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Global production of FDA-regulated products has quadrupled over the last decade and continues to grow.  Today, FDA-regulated products originate from more than 150 countries, 130,000 importers and 300,000 foreign facilities. Fifty percent of fresh fruits, 20 percent of vegetables, and 80 percent of seafood consumed in America comes from abroad.  Similarly, 40 percent of finished drugs come from overseas, and 80 percent of active ingredients manufacturers are located outside the US.  Further, half of all medical devices are imported. The growth in imports has been rapid and promises to accelerate.

Globalization has fundamentally altered the economic and security landscape and demands a major change in the way FDA fulfills its mission.  Over the next decade, FDA will transform from a predominantly domestically-focused agency operating in a globalized economy to a modern public health regulatory agency fully prepared for a complex globalized regulatory environment.

The agency is already working to increase transparency and accountability in the supply chain, developing better enforcement and regulatory tools, encouraging greater responsibility by industry, and enhancing collaboration with international regulatory counterparts and other third parties.

As our world transforms and becomes increasingly globalized, it is vital that we come together as a global community – in new, unprecedented, and even unexpected ways – to build a public health safety net for consumers around the world.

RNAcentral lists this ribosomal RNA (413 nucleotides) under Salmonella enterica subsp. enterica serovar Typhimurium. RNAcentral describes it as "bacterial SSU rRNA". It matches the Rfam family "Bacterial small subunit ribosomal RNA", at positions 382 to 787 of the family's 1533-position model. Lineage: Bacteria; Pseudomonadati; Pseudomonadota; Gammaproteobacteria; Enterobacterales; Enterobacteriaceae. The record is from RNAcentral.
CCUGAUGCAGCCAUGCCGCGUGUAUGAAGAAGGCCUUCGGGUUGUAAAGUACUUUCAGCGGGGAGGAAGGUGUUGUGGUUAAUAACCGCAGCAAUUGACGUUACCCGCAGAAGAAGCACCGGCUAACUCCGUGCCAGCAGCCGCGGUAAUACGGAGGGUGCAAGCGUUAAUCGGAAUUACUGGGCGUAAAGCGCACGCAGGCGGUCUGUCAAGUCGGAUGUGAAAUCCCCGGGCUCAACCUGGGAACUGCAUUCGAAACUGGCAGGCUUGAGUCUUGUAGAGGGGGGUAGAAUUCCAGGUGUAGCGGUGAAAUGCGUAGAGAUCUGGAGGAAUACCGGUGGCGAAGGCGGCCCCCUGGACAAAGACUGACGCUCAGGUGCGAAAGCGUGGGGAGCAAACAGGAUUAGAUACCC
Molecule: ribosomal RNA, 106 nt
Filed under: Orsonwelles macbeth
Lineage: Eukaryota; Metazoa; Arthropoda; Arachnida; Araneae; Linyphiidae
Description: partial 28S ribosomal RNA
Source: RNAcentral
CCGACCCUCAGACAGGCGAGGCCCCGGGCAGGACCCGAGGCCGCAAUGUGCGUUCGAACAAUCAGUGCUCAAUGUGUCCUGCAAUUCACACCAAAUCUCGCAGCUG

FDA presence in China, Latin America, India, and Europe


FDA has established international offices and posted staff in strategic locations around the world. They work closely with their national and regional regulatory counterparts, and with other U.S. government agencies stationed abroad, to perform functions essential to FDA’s ability to protect U.S. consumers. Learn more about FDA’s international offices and post.

Global Engagement Report

  Cover of FDA report on Global Engagement

"Today we recognize that to successfully protect U.S. public health, we must think, act, and engage globally. Our interests must be broader than simply those within our own borders."

—Margaret Hamburg M.D., FDA Commissioner



Featured Videos

Dr. Gerald Dal Pan 

Dr. Gerald Dal Pan highlights a recent example of FDA’s efforts to transform from a domestic to a truly global agency.
Dr. Margaret A. Hamburg  View FDA Commissioner Dr. Margaret A. Hamburg's remarks at the launch of the Global Engagement report.




Page Last Updated: 02/19/2015
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